After an hour of negotiations, the man broke down and with tears in his eyes he told the policemen that he would not allow to bear the burden for all the mistakes of his employer. He said that he was fearing for his life.
According to media, the 44-year-old is a former high-ranking manager of multinational pharma giant Novartis, target of investigation by the FBI and the US-Justice.
The Greek manager had been recently relocated from Greece to the company’s headquarters in Basel, Switzerland.
Three weeks ago, Greek Justice Minister Stavros Kontonis sent to Supreme Court prosecutor media reports according to which a big pharma company bribed doctors and public officials in order to boost prescriptions and the companies sales. The prosecutor should investigate media reports that two executives of Novartis in Greece had told US authorities that “the company used unfair methods to improve the company’s position in the Greek market for many years.”
The case was revealed by news website iefimerida.gr on December 12th 2016.
According to the website, the two executives had given the relevant testimony to the US Securities and Exchange Commission investigating the pharma company last August.
According to NewsIt.gr, the name of the man was included in the list the whistle-blowers have given to US authorities. (Ver)
Whistle-blowers/ BIG PHARMA: "El enemigo esta adentro..."
Greek authorities have also requested the assistance of U.S. authorities which, along with the Securities and Exchange Commission (SEC) first launched an investigation into the drug maker two years ago. According to the reports, two executives of Novartis in Greece had submitted to U.S. authorities hundreds of documents which prove payments to private doctors and doctors who work in the public healthcare system (more than 4,000 in total), in an effort to promote the company’s products.
The prosecution requested that U.S. authorities share any data pertaining to the Greek part of the scandal.
State broadcaster ERT TV reported on Wednesday morning that agents from the US Federal Bureau of Investigation have arrived in Athens in order to investigate Novartis together with Greek authorities.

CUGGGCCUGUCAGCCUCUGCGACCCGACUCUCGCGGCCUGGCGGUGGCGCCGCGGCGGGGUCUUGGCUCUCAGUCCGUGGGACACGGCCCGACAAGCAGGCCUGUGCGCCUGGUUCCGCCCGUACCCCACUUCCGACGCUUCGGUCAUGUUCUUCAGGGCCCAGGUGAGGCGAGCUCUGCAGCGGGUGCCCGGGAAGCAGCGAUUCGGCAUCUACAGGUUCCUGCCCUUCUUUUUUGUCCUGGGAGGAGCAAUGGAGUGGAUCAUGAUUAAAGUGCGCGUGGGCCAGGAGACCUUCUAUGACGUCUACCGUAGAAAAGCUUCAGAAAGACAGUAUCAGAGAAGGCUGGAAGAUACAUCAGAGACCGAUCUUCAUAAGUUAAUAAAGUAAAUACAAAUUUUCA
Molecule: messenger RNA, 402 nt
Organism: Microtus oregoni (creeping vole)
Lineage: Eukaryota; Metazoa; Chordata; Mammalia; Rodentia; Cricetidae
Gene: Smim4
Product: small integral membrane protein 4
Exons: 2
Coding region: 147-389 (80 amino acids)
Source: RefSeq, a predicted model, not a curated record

More than 178 people have been questioned on alleged illegal discounts offered by Novartis from 2006 to 2014 to some 4,000 public and private doctors in order to prescribe certain drugs and boost company sales. (Más)
Greek prosecutors raid Novartis offices, disclose wide-ranging probe into bribery allegations
Greece’s investigation follows a similar probe launched in South Korea last February and corruption allegations leveled by a Turkish whistleblower in March. In August, South Korean prosecutors indicted a half-dozen Novartis executives for issuing improper rebates to local doctors.
Also last year, Novartis agreed to pay $25 million to settle an SEC investigation into bribery allegations in China.
According to the SEC, Novartis offered Chinese doctors lavish entertainment—including a junket to Chicago and Niagara Falls—and other inducements to boost prescriptions of its drugs in the country.
Novartis is not the only multinational drugmaker paying fines to the U.S. for foreign corruption. AstraZeneca agreed last year to pay $5.5 million to settle the SEC’s allegations of bribery in China.
And in a settlement that dwarfs all the others, Israel-based generics giant Teva agreed last month to hand over $520 million to wrap up a raft of bribery allegations in Russia, Ukraine and Mexico, the largest-ever FCPA settlement for a drugmaker.
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(*)De poco te sirvió Joe Jimenez, según parece...